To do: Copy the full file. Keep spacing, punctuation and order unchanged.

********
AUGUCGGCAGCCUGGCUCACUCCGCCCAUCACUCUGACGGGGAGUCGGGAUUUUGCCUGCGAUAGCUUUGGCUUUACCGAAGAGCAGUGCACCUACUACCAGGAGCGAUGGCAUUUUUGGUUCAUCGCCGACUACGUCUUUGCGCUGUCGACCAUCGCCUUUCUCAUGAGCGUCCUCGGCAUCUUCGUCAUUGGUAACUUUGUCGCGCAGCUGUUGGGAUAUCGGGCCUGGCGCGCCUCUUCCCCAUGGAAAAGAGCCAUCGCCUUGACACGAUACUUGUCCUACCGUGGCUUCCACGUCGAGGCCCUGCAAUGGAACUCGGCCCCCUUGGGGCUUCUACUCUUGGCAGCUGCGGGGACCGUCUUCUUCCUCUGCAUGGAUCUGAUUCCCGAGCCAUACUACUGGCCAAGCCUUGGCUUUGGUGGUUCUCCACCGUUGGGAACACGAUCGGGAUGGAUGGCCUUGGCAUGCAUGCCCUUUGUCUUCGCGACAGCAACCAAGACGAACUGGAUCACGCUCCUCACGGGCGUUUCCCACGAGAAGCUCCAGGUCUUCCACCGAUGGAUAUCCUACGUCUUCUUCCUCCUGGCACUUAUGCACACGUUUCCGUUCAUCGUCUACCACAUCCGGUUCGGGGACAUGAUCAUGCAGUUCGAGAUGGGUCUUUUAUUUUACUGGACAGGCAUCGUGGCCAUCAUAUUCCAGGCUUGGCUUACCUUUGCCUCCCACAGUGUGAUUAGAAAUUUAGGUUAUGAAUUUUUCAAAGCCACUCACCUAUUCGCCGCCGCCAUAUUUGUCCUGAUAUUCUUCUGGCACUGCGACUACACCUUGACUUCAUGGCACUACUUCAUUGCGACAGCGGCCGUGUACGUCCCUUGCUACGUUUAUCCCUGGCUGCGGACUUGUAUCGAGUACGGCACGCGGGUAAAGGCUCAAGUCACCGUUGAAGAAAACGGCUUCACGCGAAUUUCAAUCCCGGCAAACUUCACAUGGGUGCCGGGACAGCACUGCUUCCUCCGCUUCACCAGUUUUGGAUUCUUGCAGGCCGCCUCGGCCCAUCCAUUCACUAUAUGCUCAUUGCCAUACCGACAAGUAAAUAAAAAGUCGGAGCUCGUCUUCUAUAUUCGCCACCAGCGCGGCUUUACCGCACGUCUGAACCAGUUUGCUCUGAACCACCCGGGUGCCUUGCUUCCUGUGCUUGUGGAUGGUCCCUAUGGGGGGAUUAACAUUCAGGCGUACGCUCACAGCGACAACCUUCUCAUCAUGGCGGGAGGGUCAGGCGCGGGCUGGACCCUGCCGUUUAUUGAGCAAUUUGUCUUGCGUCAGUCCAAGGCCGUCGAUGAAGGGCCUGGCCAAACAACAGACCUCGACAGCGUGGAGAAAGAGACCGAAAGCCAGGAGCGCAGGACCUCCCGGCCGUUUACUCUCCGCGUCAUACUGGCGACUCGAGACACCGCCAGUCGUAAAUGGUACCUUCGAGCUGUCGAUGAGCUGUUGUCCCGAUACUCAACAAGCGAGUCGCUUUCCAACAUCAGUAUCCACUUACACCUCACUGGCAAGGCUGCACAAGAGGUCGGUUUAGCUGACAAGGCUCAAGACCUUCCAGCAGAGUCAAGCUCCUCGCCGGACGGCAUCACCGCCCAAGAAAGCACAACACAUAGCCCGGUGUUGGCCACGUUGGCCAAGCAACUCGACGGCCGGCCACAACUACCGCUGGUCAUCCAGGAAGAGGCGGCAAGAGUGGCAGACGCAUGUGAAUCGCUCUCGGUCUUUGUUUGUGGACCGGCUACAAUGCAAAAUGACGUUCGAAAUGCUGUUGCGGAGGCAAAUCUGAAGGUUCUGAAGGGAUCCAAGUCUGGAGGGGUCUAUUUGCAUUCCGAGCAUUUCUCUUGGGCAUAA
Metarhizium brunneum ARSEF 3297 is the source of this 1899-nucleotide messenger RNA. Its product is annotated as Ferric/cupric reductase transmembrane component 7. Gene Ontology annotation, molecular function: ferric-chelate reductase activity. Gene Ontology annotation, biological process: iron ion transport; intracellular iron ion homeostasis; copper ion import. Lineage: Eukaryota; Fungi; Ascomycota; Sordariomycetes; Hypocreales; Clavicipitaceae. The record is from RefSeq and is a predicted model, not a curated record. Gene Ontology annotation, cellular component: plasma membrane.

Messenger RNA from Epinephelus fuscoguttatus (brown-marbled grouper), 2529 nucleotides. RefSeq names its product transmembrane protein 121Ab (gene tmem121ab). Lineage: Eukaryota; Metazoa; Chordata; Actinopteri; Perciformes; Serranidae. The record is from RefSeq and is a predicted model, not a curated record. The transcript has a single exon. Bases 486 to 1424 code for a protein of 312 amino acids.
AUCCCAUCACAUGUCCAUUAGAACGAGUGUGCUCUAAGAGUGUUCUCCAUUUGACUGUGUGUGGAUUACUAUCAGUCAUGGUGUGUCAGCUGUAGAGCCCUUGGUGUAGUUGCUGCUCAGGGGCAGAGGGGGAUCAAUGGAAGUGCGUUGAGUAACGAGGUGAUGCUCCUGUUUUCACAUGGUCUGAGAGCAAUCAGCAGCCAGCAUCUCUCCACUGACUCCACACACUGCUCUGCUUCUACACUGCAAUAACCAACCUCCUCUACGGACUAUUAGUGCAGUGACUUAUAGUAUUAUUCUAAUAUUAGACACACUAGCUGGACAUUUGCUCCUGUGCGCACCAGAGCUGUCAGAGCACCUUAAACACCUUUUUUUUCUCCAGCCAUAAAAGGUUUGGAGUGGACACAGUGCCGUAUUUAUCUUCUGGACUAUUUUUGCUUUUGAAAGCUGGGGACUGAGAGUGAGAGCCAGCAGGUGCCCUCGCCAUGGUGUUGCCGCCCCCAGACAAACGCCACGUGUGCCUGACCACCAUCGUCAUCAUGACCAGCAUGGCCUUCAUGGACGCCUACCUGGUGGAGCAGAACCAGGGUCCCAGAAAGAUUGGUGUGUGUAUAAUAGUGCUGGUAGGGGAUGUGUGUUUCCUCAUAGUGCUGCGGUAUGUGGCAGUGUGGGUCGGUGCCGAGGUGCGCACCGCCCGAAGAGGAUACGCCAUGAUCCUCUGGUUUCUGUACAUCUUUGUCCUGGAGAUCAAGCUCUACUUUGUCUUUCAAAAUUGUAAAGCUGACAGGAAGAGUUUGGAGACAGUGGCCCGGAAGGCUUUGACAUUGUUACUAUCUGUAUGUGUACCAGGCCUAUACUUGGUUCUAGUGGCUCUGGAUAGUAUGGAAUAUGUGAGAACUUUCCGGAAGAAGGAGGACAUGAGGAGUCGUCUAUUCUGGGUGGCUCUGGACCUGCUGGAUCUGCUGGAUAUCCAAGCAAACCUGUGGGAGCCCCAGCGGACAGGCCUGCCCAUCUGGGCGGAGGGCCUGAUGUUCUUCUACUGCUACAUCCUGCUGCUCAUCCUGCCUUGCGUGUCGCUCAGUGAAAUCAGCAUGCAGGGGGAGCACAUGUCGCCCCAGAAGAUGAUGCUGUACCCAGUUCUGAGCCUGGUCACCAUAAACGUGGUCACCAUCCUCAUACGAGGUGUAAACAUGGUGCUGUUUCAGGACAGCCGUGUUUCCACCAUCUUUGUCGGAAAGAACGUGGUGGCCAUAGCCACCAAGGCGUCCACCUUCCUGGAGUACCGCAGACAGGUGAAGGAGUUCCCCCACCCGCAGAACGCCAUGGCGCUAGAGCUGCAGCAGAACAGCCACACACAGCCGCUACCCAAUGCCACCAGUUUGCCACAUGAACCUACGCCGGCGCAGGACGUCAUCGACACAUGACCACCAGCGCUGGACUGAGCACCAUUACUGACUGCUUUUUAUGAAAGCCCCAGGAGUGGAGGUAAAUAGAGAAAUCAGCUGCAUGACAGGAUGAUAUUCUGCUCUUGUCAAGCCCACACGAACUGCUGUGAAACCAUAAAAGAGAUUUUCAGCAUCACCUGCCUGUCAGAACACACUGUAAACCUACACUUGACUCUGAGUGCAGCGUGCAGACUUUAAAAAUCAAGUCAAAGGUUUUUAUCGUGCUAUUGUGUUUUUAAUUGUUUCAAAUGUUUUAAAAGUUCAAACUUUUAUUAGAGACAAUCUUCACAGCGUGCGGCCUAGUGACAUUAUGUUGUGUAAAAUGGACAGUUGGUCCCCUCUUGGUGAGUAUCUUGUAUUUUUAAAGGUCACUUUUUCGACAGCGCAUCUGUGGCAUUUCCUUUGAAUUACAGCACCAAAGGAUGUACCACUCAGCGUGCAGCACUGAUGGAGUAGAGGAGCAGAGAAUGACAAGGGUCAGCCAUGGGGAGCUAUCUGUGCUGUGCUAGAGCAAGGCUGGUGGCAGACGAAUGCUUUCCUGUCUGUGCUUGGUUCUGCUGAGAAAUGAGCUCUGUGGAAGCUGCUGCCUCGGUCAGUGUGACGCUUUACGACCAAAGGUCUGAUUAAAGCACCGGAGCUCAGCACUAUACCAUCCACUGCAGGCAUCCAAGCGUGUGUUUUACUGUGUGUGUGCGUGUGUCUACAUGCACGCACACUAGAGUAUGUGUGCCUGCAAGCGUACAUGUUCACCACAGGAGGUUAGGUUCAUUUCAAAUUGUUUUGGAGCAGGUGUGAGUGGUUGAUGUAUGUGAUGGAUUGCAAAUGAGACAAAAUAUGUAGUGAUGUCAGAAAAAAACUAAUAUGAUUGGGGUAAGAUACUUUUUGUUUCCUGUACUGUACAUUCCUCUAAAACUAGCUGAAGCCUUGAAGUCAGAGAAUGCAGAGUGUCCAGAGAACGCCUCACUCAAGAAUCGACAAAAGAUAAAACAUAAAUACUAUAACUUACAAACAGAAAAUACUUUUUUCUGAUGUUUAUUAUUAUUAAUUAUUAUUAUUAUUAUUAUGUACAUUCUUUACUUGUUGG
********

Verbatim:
AUGUCGGCAGCCUGGCUCACUCCGCCCAUCACUCUGACGGGGAGUCGGGAUUUUGCCUGCGAUAGCUUUGGCUUUACCGAAGAGCAGUGCACCUACUACCAGGAGCGAUGGCAUUUUUGGUUCAUCGCCGACUACGUCUUUGCGCUGUCGACCAUCGCCUUUCUCAUGAGCGUCCUCGGCAUCUUCGUCAUUGGUAACUUUGUCGCGCAGCUGUUGGGAUAUCGGGCCUGGCGCGCCUCUUCCCCAUGGAAAAGAGCCAUCGCCUUGACACGAUACUUGUCCUACCGUGGCUUCCACGUCGAGGCCCUGCAAUGGAACUCGGCCCCCUUGGGGCUUCUACUCUUGGCAGCUGCGGGGACCGUCUUCUUCCUCUGCAUGGAUCUGAUUCCCGAGCCAUACUACUGGCCAAGCCUUGGCUUUGGUGGUUCUCCACCGUUGGGAACACGAUCGGGAUGGAUGGCCUUGGCAUGCAUGCCCUUUGUCUUCGCGACAGCAACCAAGACGAACUGGAUCACGCUCCUCACGGGCGUUUCCCACGAGAAGCUCCAGGUCUUCCACCGAUGGAUAUCCUACGUCUUCUUCCUCCUGGCACUUAUGCACACGUUUCCGUUCAUCGUCUACCACAUCCGGUUCGGGGACAUGAUCAUGCAGUUCGAGAUGGGUCUUUUAUUUUACUGGACAGGCAUCGUGGCCAUCAUAUUCCAGGCUUGGCUUACCUUUGCCUCCCACAGUGUGAUUAGAAAUUUAGGUUAUGAAUUUUUCAAAGCCACUCACCUAUUCGCCGCCGCCAUAUUUGUCCUGAUAUUCUUCUGGCACUGCGACUACACCUUGACUUCAUGGCACUACUUCAUUGCGACAGCGGCCGUGUACGUCCCUUGCUACGUUUAUCCCUGGCUGCGGACUUGUAUCGAGUACGGCACGCGGGUAAAGGCUCAAGUCACCGUUGAAGAAAACGGCUUCACGCGAAUUUCAAUCCCGGCAAACUUCACAUGGGUGCCGGGACAGCACUGCUUCCUCCGCUUCACCAGUUUUGGAUUCUUGCAGGCCGCCUCGGCCCAUCCAUUCACUAUAUGCUCAUUGCCAUACCGACAAGUAAAUAAAAAGUCGGAGCUCGUCUUCUAUAUUCGCCACCAGCGCGGCUUUACCGCACGUCUGAACCAGUUUGCUCUGAACCACCCGGGUGCCUUGCUUCCUGUGCUUGUGGAUGGUCCCUAUGGGGGGAUUAACAUUCAGGCGUACGCUCACAGCGACAACCUUCUCAUCAUGGCGGGAGGGUCAGGCGCGGGCUGGACCCUGCCGUUUAUUGAGCAAUUUGUCUUGCGUCAGUCCAAGGCCGUCGAUGAAGGGCCUGGCCAAACAACAGACCUCGACAGCGUGGAGAAAGAGACCGAAAGCCAGGAGCGCAGGACCUCCCGGCCGUUUACUCUCCGCGUCAUACUGGCGACUCGAGACACCGCCAGUCGUAAAUGGUACCUUCGAGCUGUCGAUGAGCUGUUGUCCCGAUACUCAACAAGCGAGUCGCUUUCCAACAUCAGUAUCCACUUACACCUCACUGGCAAGGCUGCACAAGAGGUCGGUUUAGCUGACAAGGCUCAAGACCUUCCAGCAGAGUCAAGCUCCUCGCCGGACGGCAUCACCGCCCAAGAAAGCACAACACAUAGCCCGGUGUUGGCCACGUUGGCCAAGCAACUCGACGGCCGGCCACAACUACCGCUGGUCAUCCAGGAAGAGGCGGCAAGAGUGGCAGACGCAUGUGAAUCGCUCUCGGUCUUUGUUUGUGGACCGGCUACAAUGCAAAAUGACGUUCGAAAUGCUGUUGCGGAGGCAAAUCUGAAGGUUCUGAAGGGAUCCAAGUCUGGAGGGGUCUAUUUGCAUUCCGAGCAUUUCUCUUGGGCAUAA
Metarhizium brunneum ARSEF 3297 is the source of this 1899-nucleotide messenger RNA. Its product is annotated as Ferric/cupric reductase transmembrane component 7. Gene Ontology annotation, molecular function: ferric-chelate reductase activity. Gene Ontology annotation, biological process: iron ion transport; intracellular iron ion homeostasis; copper ion import. Lineage: Eukaryota; Fungi; Ascomycota; Sordariomycetes; Hypocreales; Clavicipitaceae. The record is from RefSeq and is a predicted model, not a curated record. Gene Ontology annotation, cellular component: plasma membrane.

Messenger RNA from Epinephelus fuscoguttatus (brown-marbled grouper), 2529 nucleotides. RefSeq names its product transmembrane protein 121Ab (gene tmem121ab). Lineage: Eukaryota; Metazoa; Chordata; Actinopteri; Perciformes; Serranidae. The record is from RefSeq and is a predicted model, not a curated record. The transcript has a single exon. Bases 486 to 1424 code for a protein of 312 amino acids.
AUCCCAUCACAUGUCCAUUAGAACGAGUGUGCUCUAAGAGUGUUCUCCAUUUGACUGUGUGUGGAUUACUAUCAGUCAUGGUGUGUCAGCUGUAGAGCCCUUGGUGUAGUUGCUGCUCAGGGGCAGAGGGGGAUCAAUGGAAGUGCGUUGAGUAACGAGGUGAUGCUCCUGUUUUCACAUGGUCUGAGAGCAAUCAGCAGCCAGCAUCUCUCCACUGACUCCACACACUGCUCUGCUUCUACACUGCAAUAACCAACCUCCUCUACGGACUAUUAGUGCAGUGACUUAUAGUAUUAUUCUAAUAUUAGACACACUAGCUGGACAUUUGCUCCUGUGCGCACCAGAGCUGUCAGAGCACCUUAAACACCUUUUUUUUCUCCAGCCAUAAAAGGUUUGGAGUGGACACAGUGCCGUAUUUAUCUUCUGGACUAUUUUUGCUUUUGAAAGCUGGGGACUGAGAGUGAGAGCCAGCAGGUGCCCUCGCCAUGGUGUUGCCGCCCCCAGACAAACGCCACGUGUGCCUGACCACCAUCGUCAUCAUGACCAGCAUGGCCUUCAUGGACGCCUACCUGGUGGAGCAGAACCAGGGUCCCAGAAAGAUUGGUGUGUGUAUAAUAGUGCUGGUAGGGGAUGUGUGUUUCCUCAUAGUGCUGCGGUAUGUGGCAGUGUGGGUCGGUGCCGAGGUGCGCACCGCCCGAAGAGGAUACGCCAUGAUCCUCUGGUUUCUGUACAUCUUUGUCCUGGAGAUCAAGCUCUACUUUGUCUUUCAAAAUUGUAAAGCUGACAGGAAGAGUUUGGAGACAGUGGCCCGGAAGGCUUUGACAUUGUUACUAUCUGUAUGUGUACCAGGCCUAUACUUGGUUCUAGUGGCUCUGGAUAGUAUGGAAUAUGUGAGAACUUUCCGGAAGAAGGAGGACAUGAGGAGUCGUCUAUUCUGGGUGGCUCUGGACCUGCUGGAUCUGCUGGAUAUCCAAGCAAACCUGUGGGAGCCCCAGCGGACAGGCCUGCCCAUCUGGGCGGAGGGCCUGAUGUUCUUCUACUGCUACAUCCUGCUGCUCAUCCUGCCUUGCGUGUCGCUCAGUGAAAUCAGCAUGCAGGGGGAGCACAUGUCGCCCCAGAAGAUGAUGCUGUACCCAGUUCUGAGCCUGGUCACCAUAAACGUGGUCACCAUCCUCAUACGAGGUGUAAACAUGGUGCUGUUUCAGGACAGCCGUGUUUCCACCAUCUUUGUCGGAAAGAACGUGGUGGCCAUAGCCACCAAGGCGUCCACCUUCCUGGAGUACCGCAGACAGGUGAAGGAGUUCCCCCACCCGCAGAACGCCAUGGCGCUAGAGCUGCAGCAGAACAGCCACACACAGCCGCUACCCAAUGCCACCAGUUUGCCACAUGAACCUACGCCGGCGCAGGACGUCAUCGACACAUGACCACCAGCGCUGGACUGAGCACCAUUACUGACUGCUUUUUAUGAAAGCCCCAGGAGUGGAGGUAAAUAGAGAAAUCAGCUGCAUGACAGGAUGAUAUUCUGCUCUUGUCAAGCCCACACGAACUGCUGUGAAACCAUAAAAGAGAUUUUCAGCAUCACCUGCCUGUCAGAACACACUGUAAACCUACACUUGACUCUGAGUGCAGCGUGCAGACUUUAAAAAUCAAGUCAAAGGUUUUUAUCGUGCUAUUGUGUUUUUAAUUGUUUCAAAUGUUUUAAAAGUUCAAACUUUUAUUAGAGACAAUCUUCACAGCGUGCGGCCUAGUGACAUUAUGUUGUGUAAAAUGGACAGUUGGUCCCCUCUUGGUGAGUAUCUUGUAUUUUUAAAGGUCACUUUUUCGACAGCGCAUCUGUGGCAUUUCCUUUGAAUUACAGCACCAAAGGAUGUACCACUCAGCGUGCAGCACUGAUGGAGUAGAGGAGCAGAGAAUGACAAGGGUCAGCCAUGGGGAGCUAUCUGUGCUGUGCUAGAGCAAGGCUGGUGGCAGACGAAUGCUUUCCUGUCUGUGCUUGGUUCUGCUGAGAAAUGAGCUCUGUGGAAGCUGCUGCCUCGGUCAGUGUGACGCUUUACGACCAAAGGUCUGAUUAAAGCACCGGAGCUCAGCACUAUACCAUCCACUGCAGGCAUCCAAGCGUGUGUUUUACUGUGUGUGUGCGUGUGUCUACAUGCACGCACACUAGAGUAUGUGUGCCUGCAAGCGUACAUGUUCACCACAGGAGGUUAGGUUCAUUUCAAAUUGUUUUGGAGCAGGUGUGAGUGGUUGAUGUAUGUGAUGGAUUGCAAAUGAGACAAAAUAUGUAGUGAUGUCAGAAAAAAACUAAUAUGAUUGGGGUAAGAUACUUUUUGUUUCCUGUACUGUACAUUCCUCUAAAACUAGCUGAAGCCUUGAAGUCAGAGAAUGCAGAGUGUCCAGAGAACGCCUCACUCAAGAAUCGACAAAAGAUAAAACAUAAAUACUAUAACUUACAAACAGAAAAUACUUUUUUCUGAUGUUUAUUAUUAUUAAUUAUUAUUAUUAUUAUUAUGUACAUUCUUUACUUGUUGG